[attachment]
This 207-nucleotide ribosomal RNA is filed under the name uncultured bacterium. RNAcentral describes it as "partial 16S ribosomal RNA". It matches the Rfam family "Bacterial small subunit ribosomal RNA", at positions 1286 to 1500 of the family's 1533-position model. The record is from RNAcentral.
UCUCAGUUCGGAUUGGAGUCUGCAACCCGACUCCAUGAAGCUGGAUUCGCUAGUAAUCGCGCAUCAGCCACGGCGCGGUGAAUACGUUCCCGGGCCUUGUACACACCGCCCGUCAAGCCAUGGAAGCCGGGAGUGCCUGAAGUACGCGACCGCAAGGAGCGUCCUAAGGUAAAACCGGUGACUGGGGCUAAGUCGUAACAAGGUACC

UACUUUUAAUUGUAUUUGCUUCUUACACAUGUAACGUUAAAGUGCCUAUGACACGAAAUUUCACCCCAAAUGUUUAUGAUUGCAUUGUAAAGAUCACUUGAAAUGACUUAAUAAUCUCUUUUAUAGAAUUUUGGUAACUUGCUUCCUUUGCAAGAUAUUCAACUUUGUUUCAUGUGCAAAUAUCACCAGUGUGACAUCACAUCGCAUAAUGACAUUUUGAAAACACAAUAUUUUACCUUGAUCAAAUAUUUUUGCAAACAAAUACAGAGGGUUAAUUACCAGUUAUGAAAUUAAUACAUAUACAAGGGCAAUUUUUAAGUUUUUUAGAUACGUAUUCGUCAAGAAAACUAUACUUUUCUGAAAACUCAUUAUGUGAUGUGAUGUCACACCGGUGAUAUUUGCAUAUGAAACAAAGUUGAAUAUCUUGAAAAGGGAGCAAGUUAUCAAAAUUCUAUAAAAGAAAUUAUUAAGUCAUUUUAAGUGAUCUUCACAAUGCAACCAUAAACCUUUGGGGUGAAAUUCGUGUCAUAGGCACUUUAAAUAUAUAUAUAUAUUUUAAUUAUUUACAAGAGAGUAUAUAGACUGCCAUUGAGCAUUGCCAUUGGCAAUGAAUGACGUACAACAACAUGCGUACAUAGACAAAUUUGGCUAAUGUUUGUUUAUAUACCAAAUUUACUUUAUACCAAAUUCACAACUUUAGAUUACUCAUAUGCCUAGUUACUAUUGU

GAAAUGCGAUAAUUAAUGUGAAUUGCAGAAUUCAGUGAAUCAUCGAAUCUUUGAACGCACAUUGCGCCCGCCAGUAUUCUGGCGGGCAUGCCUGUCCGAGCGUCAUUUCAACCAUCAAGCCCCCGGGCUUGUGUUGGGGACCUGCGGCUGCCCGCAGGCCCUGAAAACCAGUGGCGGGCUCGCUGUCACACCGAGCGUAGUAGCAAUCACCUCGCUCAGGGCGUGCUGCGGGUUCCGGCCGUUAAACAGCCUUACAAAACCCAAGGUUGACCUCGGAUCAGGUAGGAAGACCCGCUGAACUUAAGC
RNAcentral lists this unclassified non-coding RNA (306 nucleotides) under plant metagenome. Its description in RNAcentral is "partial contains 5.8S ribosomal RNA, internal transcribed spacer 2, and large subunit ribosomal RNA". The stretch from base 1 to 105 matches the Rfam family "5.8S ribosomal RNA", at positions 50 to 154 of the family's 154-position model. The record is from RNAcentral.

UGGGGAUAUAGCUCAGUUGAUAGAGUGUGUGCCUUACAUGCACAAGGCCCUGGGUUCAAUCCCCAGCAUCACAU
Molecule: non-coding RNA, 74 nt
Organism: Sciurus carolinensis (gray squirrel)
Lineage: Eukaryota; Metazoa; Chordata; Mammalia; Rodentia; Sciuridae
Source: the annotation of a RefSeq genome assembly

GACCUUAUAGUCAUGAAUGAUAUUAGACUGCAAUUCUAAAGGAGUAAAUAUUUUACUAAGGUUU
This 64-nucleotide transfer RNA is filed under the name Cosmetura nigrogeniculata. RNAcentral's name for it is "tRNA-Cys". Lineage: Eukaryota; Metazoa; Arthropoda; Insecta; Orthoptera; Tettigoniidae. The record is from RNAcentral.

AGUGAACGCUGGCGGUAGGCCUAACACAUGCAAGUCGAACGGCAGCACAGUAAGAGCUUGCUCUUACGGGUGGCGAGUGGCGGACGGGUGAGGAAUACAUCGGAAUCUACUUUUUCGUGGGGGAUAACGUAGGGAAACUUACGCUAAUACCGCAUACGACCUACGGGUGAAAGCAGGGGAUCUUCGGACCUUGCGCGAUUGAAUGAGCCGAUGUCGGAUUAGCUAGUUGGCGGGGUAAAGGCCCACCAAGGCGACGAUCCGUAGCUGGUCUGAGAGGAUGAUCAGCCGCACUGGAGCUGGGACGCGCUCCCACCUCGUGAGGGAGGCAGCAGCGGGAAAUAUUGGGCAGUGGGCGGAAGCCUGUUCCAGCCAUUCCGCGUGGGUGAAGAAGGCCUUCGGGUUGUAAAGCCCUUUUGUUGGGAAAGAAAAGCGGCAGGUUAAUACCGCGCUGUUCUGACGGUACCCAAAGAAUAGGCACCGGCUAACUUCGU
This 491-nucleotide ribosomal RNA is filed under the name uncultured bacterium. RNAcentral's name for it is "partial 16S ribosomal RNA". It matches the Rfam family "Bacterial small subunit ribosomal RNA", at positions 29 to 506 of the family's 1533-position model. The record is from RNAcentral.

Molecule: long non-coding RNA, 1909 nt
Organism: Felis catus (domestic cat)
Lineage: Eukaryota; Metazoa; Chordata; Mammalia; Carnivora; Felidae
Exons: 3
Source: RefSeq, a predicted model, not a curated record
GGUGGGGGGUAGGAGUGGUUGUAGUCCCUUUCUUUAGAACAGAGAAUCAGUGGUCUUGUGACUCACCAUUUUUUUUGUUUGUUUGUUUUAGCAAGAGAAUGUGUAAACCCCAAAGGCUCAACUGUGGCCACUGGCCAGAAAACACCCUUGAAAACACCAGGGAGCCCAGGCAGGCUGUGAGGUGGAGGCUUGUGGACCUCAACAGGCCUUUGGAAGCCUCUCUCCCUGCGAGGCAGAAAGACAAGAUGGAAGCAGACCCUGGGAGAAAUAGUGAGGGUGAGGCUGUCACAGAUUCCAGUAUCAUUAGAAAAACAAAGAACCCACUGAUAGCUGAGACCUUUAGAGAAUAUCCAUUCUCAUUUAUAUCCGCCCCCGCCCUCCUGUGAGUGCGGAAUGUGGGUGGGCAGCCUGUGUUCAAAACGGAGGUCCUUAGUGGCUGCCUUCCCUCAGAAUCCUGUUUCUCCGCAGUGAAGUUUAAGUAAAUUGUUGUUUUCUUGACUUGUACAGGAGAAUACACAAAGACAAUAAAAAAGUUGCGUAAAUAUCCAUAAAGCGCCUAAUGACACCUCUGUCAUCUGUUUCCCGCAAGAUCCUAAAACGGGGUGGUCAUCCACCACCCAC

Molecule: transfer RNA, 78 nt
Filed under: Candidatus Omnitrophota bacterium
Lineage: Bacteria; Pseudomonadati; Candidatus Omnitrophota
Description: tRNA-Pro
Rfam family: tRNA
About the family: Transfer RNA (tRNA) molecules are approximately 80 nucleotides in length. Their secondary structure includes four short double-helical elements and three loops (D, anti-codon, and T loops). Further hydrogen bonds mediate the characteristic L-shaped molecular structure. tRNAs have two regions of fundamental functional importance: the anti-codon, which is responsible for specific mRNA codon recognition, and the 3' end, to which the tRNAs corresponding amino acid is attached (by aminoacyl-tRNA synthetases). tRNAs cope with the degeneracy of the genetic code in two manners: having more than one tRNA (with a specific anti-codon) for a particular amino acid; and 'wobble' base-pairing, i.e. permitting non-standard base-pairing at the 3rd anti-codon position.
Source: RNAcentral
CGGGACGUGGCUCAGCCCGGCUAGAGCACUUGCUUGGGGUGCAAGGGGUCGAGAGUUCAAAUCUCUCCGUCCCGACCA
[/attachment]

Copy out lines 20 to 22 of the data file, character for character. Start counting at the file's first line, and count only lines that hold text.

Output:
GGUGGGGGGUAGGAGUGGUUGUAGUCCCUUUCUUUAGAACAGAGAAUCAGUGGUCUUGUGACUCACCAUUUUUUUUGUUUGUUUGUUUUAGCAAGAGAAUGUGUAAACCCCAAAGGCUCAACUGUGGCCACUGGCCAGAAAACACCCUUGAAAACACCAGGGAGCCCAGGCAGGCUGUGAGGUGGAGGCUUGUGGACCUCAACAGGCCUUUGGAAGCCUCUCUCCCUGCGAGGCAGAAAGACAAGAUGGAAGCAGACCCUGGGAGAAAUAGUGAGGGUGAGGCUGUCACAGAUUCCAGUAUCAUUAGAAAAACAAAGAACCCACUGAUAGCUGAGACCUUUAGAGAAUAUCCAUUCUCAUUUAUAUCCGCCCCCGCCCUCCUGUGAGUGCGGAAUGUGGGUGGGCAGCCUGUGUUCAAAACGGAGGUCCUUAGUGGCUGCCUUCCCUCAGAAUCCUGUUUCUCCGCAGUGAAGUUUAAGUAAAUUGUUGUUUUCUUGACUUGUACAGGAGAAUACACAAAGACAAUAAAAAAGUUGCGUAAAUAUCCAUAAAGCGCCUAAUGACACCUCUGUCAUCUGUUUCCCGCAAGAUCCUAAAACGGGGUGGUCAUCCACCACCCAC

Molecule: transfer RNA, 78 nt
Filed under: Candidatus Omnitrophota bacterium